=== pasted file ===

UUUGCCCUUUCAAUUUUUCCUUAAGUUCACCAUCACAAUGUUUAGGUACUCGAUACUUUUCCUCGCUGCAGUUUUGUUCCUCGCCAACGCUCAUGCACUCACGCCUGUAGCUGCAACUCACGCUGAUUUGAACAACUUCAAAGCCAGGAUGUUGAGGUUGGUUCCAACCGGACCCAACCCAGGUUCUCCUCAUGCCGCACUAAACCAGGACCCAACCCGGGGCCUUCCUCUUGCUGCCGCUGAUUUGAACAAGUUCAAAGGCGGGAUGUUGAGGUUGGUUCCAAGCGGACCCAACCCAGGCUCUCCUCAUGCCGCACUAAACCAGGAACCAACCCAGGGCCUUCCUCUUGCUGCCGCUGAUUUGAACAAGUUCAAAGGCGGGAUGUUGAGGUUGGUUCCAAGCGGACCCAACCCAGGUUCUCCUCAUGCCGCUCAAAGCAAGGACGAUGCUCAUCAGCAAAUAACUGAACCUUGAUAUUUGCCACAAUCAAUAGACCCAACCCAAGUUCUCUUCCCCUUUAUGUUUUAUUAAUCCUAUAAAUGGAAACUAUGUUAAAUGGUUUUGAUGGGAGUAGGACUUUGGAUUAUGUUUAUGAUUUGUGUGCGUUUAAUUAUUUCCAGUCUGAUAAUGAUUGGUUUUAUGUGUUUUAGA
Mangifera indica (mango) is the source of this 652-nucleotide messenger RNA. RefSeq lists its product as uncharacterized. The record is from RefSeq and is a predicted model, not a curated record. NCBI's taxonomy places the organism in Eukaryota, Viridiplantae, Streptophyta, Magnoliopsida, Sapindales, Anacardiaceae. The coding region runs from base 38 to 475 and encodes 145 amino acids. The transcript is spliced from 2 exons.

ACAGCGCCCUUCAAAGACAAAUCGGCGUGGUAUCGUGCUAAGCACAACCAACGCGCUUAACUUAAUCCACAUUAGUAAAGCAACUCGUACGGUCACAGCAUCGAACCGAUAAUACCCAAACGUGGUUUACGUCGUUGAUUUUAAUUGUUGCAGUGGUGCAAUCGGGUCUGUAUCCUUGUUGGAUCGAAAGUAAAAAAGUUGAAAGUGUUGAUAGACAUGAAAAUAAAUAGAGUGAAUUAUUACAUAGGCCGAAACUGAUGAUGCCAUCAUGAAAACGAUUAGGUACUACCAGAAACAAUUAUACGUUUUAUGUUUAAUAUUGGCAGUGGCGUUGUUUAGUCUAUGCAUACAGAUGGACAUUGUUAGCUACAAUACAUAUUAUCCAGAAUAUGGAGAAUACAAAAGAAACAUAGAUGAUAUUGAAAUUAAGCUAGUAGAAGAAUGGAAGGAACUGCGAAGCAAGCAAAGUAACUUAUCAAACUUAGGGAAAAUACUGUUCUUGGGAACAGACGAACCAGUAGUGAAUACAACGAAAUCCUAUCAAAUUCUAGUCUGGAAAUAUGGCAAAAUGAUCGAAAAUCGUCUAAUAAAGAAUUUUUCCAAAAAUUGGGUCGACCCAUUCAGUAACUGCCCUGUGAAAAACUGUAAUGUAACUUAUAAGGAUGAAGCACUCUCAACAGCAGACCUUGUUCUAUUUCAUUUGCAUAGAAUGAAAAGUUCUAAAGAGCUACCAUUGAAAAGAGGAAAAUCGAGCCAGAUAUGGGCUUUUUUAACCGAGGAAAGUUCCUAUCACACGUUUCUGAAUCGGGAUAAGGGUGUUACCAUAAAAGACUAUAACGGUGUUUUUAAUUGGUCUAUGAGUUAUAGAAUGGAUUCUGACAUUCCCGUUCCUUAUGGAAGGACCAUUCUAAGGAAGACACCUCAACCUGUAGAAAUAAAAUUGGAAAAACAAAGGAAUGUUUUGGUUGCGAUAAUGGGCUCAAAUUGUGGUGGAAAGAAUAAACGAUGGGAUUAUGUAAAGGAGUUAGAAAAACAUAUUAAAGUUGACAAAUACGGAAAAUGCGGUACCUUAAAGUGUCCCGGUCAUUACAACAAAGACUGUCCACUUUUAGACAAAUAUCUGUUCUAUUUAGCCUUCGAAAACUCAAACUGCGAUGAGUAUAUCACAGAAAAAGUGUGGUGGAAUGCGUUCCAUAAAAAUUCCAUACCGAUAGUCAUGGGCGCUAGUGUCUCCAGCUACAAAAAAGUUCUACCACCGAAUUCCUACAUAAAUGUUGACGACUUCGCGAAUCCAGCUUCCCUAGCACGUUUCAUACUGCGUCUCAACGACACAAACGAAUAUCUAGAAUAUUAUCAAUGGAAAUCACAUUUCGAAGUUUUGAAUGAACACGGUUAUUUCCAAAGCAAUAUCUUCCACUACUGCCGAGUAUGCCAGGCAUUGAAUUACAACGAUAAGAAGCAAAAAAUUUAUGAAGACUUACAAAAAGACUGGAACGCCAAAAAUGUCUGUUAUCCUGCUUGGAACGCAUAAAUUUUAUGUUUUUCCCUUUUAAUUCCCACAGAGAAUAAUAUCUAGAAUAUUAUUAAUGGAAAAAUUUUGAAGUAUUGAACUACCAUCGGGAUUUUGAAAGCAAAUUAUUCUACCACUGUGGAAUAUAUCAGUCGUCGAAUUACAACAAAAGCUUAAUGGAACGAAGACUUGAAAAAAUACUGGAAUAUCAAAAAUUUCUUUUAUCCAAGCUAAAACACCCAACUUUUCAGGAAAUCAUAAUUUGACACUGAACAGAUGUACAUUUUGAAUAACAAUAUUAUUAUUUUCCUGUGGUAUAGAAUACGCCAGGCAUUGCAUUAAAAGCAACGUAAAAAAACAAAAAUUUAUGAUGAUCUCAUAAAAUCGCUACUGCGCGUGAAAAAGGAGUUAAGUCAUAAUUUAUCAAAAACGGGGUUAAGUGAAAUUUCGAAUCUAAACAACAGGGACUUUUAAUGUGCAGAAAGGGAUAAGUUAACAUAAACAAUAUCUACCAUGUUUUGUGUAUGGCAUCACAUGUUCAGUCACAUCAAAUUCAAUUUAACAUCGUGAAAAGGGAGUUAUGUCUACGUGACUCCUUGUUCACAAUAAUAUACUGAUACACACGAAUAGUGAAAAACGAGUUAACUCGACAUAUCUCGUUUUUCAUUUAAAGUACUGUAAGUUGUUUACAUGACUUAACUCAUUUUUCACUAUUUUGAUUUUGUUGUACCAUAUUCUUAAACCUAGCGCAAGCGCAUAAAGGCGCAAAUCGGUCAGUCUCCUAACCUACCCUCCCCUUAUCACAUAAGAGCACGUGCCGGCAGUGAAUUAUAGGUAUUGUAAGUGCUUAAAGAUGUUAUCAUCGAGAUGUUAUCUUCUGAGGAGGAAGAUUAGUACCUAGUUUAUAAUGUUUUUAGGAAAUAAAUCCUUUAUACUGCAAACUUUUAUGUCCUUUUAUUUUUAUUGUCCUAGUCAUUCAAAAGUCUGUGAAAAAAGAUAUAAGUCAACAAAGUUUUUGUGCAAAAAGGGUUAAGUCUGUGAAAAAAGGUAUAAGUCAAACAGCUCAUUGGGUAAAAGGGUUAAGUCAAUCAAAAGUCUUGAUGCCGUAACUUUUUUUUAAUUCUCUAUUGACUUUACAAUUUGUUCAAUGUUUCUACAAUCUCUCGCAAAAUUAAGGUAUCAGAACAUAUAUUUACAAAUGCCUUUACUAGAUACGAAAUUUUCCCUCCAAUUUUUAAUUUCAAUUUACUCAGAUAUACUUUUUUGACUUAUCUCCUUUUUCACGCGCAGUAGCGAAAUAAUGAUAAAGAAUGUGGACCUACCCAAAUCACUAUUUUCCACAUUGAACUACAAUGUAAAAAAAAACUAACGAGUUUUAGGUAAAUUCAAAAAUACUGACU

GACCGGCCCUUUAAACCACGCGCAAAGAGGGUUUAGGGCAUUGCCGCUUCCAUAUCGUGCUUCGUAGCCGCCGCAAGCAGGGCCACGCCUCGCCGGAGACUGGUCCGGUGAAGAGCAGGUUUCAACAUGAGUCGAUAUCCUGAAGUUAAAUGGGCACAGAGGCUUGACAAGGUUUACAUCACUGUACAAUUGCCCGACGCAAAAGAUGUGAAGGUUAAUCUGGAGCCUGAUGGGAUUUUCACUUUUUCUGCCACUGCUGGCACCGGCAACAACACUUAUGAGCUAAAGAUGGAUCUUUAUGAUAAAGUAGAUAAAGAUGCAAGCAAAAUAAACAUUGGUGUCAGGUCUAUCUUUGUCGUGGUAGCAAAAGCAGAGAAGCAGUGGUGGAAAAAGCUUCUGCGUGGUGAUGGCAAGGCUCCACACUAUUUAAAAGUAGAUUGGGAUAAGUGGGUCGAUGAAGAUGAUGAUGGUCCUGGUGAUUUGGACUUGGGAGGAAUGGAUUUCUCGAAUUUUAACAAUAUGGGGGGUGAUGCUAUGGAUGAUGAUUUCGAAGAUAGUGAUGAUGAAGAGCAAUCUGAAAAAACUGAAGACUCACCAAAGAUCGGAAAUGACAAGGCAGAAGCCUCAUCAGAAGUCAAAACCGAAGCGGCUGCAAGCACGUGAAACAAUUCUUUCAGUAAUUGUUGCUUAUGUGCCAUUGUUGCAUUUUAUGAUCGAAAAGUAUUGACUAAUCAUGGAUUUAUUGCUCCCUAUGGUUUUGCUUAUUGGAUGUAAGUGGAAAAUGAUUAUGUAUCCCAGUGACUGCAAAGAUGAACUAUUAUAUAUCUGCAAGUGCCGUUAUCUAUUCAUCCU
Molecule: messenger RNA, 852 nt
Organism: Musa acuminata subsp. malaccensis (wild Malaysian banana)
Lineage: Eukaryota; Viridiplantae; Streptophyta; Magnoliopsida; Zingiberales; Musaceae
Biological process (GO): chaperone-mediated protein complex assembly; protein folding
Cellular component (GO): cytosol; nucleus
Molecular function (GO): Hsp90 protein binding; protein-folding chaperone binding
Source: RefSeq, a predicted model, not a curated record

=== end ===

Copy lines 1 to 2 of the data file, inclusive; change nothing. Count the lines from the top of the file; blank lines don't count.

UUUGCCCUUUCAAUUUUUCCUUAAGUUCACCAUCACAAUGUUUAGGUACUCGAUACUUUUCCUCGCUGCAGUUUUGUUCCUCGCCAACGCUCAUGCACUCACGCCUGUAGCUGCAACUCACGCUGAUUUGAACAACUUCAAAGCCAGGAUGUUGAGGUUGGUUCCAACCGGACCCAACCCAGGUUCUCCUCAUGCCGCACUAAACCAGGACCCAACCCGGGGCCUUCCUCUUGCUGCCGCUGAUUUGAACAAGUUCAAAGGCGGGAUGUUGAGGUUGGUUCCAAGCGGACCCAACCCAGGCUCUCCUCAUGCCGCACUAAACCAGGAACCAACCCAGGGCCUUCCUCUUGCUGCCGCUGAUUUGAACAAGUUCAAAGGCGGGAUGUUGAGGUUGGUUCCAAGCGGACCCAACCCAGGUUCUCCUCAUGCCGCUCAAAGCAAGGACGAUGCUCAUCAGCAAAUAACUGAACCUUGAUAUUUGCCACAAUCAAUAGACCCAACCCAAGUUCUCUUCCCCUUUAUGUUUUAUUAAUCCUAUAAAUGGAAACUAUGUUAAAUGGUUUUGAUGGGAGUAGGACUUUGGAUUAUGUUUAUGAUUUGUGUGCGUUUAAUUAUUUCCAGUCUGAUAAUGAUUGGUUUUAUGUGUUUUAGA
Mangifera indica (mango) is the source of this 652-nucleotide messenger RNA. RefSeq lists its product as uncharacterized. The record is from RefSeq and is a predicted model, not a curated record. NCBI's taxonomy places the organism in Eukaryota, Viridiplantae, Streptophyta, Magnoliopsida, Sapindales, Anacardiaceae. The coding region runs from base 38 to 475 and encodes 145 amino acids. The transcript is spliced from 2 exons.